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Facebook, Google under fire to bump up social media cleaning

Internet giants Facebook (FB) and Google (GOOG) appeared before the US House Judiciary Committee on Tuesday defending efforts to remove hate speech from social media sites.

The lawmakers questioning the tech giants were led by Jerrold Nadler, who stressed that white nationalist groups were targeting religious minorities and communities of color through social media.

In the hearing, Rep. Nadler said, “efforts by media companies to counter this surge have fallen short, and social network platforms continue to be used as ready avenues to spread dangerous white nationalist speech.”

Firms such as Facebook use a mix of AI, algorithms and human review to pull the plug on hate speech and troubling violent content.

Ironically, Google-owned YouTube had screened the hearing live, but had to disable comments on the hearing after receiving hate speech and racist slurs for the same.

Back in January, it was reported that Facebook was on a mission to clean up its platform, in line with CEO Mark Zuckerberg’s promise to lawmakers last year.

The political ramifications of the privacy breach scandal involving British data mining firm Cambridge Analytica and the growing concerns about data security had a huge impact on Facebook’s valuation— with the company losing about a quarter of its market share in 2018.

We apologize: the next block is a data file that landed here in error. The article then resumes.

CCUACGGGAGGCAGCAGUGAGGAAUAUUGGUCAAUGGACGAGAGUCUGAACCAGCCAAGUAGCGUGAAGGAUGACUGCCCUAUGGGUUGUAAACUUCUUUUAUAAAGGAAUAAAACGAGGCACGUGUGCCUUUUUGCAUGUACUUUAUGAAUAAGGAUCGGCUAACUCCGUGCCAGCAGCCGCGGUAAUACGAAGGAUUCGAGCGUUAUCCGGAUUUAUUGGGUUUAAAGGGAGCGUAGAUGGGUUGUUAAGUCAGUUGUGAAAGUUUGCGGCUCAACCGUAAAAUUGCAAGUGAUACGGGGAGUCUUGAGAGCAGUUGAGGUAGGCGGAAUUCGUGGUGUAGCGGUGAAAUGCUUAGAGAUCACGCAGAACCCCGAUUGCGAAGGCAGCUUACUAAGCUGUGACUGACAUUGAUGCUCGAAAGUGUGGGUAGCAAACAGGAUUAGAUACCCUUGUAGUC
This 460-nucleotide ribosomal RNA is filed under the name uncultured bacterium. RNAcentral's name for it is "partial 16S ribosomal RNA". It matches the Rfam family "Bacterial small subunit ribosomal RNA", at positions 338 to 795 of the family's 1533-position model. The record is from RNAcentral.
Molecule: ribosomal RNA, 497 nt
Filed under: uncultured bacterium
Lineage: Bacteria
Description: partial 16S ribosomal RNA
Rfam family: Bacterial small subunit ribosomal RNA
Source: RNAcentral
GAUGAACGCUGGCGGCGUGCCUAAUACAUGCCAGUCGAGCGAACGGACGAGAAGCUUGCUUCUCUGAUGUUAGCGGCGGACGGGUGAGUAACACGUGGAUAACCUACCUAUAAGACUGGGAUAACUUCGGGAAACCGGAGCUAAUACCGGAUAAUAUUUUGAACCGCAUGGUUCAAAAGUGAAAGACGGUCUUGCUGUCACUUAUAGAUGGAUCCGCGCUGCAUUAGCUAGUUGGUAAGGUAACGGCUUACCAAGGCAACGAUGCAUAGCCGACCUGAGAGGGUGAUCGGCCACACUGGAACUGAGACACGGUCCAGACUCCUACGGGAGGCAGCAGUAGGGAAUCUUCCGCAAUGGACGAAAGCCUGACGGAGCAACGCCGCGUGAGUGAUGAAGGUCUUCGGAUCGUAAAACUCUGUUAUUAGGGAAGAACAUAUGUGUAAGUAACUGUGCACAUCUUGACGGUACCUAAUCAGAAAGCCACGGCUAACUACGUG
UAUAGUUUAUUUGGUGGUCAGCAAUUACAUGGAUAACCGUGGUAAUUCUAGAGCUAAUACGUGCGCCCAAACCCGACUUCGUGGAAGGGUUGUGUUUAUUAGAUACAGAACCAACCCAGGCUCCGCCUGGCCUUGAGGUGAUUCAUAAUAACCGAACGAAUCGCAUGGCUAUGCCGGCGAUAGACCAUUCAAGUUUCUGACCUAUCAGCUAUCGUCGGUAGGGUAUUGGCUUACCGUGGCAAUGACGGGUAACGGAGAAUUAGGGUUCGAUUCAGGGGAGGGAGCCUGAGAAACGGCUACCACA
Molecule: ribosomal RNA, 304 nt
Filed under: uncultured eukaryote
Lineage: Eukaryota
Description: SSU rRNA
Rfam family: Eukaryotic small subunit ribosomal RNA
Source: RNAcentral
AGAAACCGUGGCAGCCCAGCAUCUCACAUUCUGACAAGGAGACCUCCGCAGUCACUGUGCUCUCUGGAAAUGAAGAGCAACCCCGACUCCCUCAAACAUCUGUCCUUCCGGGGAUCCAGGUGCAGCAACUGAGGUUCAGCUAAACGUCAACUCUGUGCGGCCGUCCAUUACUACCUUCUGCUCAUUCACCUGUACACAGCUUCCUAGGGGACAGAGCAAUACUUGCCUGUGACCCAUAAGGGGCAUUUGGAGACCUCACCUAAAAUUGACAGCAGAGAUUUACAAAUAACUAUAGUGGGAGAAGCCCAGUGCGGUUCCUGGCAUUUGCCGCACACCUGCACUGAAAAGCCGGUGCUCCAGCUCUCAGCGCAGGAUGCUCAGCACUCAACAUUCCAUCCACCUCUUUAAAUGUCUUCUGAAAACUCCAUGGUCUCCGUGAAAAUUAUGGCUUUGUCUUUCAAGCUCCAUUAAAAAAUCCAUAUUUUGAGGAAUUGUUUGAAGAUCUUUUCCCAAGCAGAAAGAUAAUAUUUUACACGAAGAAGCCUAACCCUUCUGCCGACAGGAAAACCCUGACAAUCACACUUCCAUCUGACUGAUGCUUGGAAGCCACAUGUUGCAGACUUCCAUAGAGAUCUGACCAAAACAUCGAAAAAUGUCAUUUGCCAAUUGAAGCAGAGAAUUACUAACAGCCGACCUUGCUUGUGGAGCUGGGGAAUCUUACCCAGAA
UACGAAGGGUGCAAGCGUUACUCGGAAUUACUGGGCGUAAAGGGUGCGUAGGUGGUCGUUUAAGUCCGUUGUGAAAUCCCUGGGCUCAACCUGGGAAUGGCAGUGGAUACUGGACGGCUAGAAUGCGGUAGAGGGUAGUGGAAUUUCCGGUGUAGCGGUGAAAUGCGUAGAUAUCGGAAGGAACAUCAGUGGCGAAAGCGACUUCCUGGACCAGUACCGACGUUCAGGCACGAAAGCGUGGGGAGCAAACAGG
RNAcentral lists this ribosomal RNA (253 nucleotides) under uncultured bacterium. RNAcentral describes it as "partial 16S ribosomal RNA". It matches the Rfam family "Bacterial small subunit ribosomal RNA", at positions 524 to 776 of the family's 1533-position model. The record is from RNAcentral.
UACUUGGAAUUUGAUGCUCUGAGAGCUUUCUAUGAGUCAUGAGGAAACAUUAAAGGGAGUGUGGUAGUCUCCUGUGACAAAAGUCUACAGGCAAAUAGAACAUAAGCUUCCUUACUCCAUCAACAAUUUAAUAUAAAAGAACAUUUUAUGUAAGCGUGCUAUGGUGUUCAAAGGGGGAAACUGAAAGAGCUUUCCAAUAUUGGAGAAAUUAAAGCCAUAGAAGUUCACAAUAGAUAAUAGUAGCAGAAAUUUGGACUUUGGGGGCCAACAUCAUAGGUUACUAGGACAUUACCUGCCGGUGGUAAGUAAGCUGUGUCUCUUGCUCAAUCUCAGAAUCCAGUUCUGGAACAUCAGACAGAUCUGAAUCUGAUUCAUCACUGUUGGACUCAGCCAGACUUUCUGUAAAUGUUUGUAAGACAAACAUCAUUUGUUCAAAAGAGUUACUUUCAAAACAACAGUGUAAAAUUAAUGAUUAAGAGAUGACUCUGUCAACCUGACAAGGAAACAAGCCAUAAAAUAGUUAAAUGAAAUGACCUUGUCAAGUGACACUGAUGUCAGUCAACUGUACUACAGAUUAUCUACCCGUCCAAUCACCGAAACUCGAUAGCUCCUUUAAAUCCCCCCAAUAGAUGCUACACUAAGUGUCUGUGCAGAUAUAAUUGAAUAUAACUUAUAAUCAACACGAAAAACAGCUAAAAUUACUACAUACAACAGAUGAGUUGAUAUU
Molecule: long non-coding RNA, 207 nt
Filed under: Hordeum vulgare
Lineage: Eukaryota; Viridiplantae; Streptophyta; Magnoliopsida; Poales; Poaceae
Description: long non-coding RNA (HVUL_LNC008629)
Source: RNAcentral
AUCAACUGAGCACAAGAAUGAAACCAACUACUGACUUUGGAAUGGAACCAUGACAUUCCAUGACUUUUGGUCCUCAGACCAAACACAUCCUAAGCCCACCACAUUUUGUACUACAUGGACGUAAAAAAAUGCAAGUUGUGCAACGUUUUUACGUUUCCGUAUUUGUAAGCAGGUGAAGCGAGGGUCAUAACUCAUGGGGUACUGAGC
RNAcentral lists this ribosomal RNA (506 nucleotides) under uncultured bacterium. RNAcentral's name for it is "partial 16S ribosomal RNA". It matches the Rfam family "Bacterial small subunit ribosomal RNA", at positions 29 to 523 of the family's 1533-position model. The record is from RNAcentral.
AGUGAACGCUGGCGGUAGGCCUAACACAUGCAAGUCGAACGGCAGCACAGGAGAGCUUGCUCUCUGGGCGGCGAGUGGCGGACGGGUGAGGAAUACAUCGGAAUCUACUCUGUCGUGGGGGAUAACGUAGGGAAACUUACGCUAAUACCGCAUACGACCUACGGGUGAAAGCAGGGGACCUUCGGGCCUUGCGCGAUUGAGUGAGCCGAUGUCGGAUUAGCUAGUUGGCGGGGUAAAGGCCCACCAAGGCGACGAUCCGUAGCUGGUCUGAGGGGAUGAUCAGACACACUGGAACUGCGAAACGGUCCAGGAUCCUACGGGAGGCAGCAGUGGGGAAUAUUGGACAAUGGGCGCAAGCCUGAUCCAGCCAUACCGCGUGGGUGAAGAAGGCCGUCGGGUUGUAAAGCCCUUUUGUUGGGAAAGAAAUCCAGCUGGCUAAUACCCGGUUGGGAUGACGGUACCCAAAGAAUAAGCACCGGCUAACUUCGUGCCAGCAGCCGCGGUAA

In January, Facebook’s crackdown against Russia-based organizations resulted in the removal of about 300 fake pages launched by Sputnik — a news agency having links to Kremlin. These fake pages and accounts used for spreading propaganda and misleading the people were followed by several thousands of users.

In January, Facebook removed about 300 fake pages having links to Kremlin

The operations of the news network, which created the fake pages, were spread across Eurasia, according to Facebook’s management. Meanwhile, Sputnik reportedly condemned the action terming it a politically-motivated move that is akin to censorship. Worryingly, the manipulation of information  — publishing fake news on Facebook targeting select groups — had helped its perpetrators to influence voters during the presidential poll and control the outcome of the election.

With the fake news campaigners finding new and innovative ways to spread misinformation, this latest US hearing has now taken the tech giants to task and pushing them to ensure more aggressive tactics to combat hate speech and fake news, be it at home or overseas.

 

 

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